Address by the acting Premier of the Northern Cape Province, Ms Grizelda Cjiekella, on the occasion of the Human Rights day celebrations - Memorial Lecture, Upington
21 Mar 2012
Mayors and Executive Mayors
In the memory of freedom fighters who paid the ultimate price
To the families of freedom stalwarts we are honouring today
Members of the Community of Upington and surrounding areas
Ladies and gentlemen
Today we are celebrating the 18th anniversary of Human Rights Day. This year also marks the 16th anniversary of the enactment of the Constitution of the Republic of South Africa, which gives full expression to our democratic ideals of creating a non-racial, non-sexist and prosperous society.
Human Rights Day is a significant day on our national calendar of events and is relevant to us all for we can be assured that the human and fundamental rights and freedoms enjoyed by many around the world belong to us as well.
The universally recognised principle that human rights are non-negotiable in a constitutional democracy is based on the noble premise that “All men are created Equal”.
Ladies and Gentlemen, it is generally acknowledged that all human are being born free and that they are equal in dignity and rights. They are endowed with reason, conscience and should act towards one another in a spirit of brotherhood.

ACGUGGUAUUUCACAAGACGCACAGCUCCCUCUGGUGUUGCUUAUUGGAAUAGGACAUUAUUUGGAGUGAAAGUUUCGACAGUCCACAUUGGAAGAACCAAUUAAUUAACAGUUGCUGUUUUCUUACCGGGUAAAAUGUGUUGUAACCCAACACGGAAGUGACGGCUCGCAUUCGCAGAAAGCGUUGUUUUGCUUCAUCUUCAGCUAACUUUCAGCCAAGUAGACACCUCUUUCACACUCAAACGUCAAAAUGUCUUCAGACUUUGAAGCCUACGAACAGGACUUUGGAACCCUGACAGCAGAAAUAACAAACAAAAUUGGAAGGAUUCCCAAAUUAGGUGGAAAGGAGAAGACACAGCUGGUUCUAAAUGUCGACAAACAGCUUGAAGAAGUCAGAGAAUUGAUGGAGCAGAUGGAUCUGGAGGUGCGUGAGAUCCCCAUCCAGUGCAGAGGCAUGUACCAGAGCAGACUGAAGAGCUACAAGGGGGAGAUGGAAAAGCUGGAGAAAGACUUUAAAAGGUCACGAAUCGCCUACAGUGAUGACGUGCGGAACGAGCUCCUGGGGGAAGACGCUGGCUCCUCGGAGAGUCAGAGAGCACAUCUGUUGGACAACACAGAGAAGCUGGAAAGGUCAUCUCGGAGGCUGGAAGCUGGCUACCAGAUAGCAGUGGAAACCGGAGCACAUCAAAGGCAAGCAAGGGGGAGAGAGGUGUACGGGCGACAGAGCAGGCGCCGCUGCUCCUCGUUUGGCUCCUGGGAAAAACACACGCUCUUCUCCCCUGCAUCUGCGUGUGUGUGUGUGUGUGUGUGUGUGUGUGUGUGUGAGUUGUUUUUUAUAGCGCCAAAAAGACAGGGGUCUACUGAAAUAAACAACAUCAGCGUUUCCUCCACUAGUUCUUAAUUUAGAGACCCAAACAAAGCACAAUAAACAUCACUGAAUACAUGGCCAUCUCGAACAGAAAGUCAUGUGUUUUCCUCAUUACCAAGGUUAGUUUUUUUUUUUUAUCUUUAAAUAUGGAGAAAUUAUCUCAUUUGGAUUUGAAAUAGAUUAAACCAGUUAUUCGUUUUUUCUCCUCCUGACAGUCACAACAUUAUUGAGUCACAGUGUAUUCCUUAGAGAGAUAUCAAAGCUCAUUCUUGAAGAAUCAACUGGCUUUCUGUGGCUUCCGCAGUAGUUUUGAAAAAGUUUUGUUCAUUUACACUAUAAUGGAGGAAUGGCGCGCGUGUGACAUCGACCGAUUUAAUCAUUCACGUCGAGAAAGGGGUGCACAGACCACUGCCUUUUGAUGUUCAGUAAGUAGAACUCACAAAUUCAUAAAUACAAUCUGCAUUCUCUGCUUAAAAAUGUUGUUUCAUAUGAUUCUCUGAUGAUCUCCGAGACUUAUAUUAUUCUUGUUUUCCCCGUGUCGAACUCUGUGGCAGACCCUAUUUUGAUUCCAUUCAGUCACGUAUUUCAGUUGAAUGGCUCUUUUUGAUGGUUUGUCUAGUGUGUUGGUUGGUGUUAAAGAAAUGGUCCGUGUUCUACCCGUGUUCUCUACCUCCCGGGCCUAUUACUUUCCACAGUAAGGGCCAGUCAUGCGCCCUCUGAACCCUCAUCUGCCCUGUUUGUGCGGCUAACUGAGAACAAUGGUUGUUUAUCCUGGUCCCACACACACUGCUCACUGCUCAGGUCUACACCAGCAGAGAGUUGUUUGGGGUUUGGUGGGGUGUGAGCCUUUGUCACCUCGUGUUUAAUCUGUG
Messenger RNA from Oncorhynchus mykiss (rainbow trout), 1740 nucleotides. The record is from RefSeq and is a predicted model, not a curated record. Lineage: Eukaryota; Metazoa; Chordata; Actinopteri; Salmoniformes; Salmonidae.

Human Rights Day seeks to educate all South Africans about their human rights and obligations and make them aware of government services and programmes which give effect to ensuring that their human rights become a lived reality.
The Constitution places a requirement on the government to give effect to the Bill of Rights through the enactment of relevant legislation. The constitution also creates various institutions for the protection and support of South Africa's constitutional democracy. These include the Office of the Public Protector, the Commission on Gender Equality, the Human Rights Commission and the Commission for the Protection of the rights of Cultural, Religious and Linguistic Communities, amongst others.
Ladies and Gentlemen
The year 2012 is also a very significant year to all South Africans, because it marks the 100 years of the existence of the African National Congress, the oldest political organisation on African Soil.
Allow me to take this opportunity to wish Africa’s and our own biggest liberation movement and South Africa’s Ruling Party, the African National Congress well during its Centenary Celebrations. Indeed it is because of the strides made by this gigantic movement that we are able to convene today to reflect and celebrate who we really are as South Africans. This important national day affords us the opportunity to re-affirm who we are as a nation and what we stand for.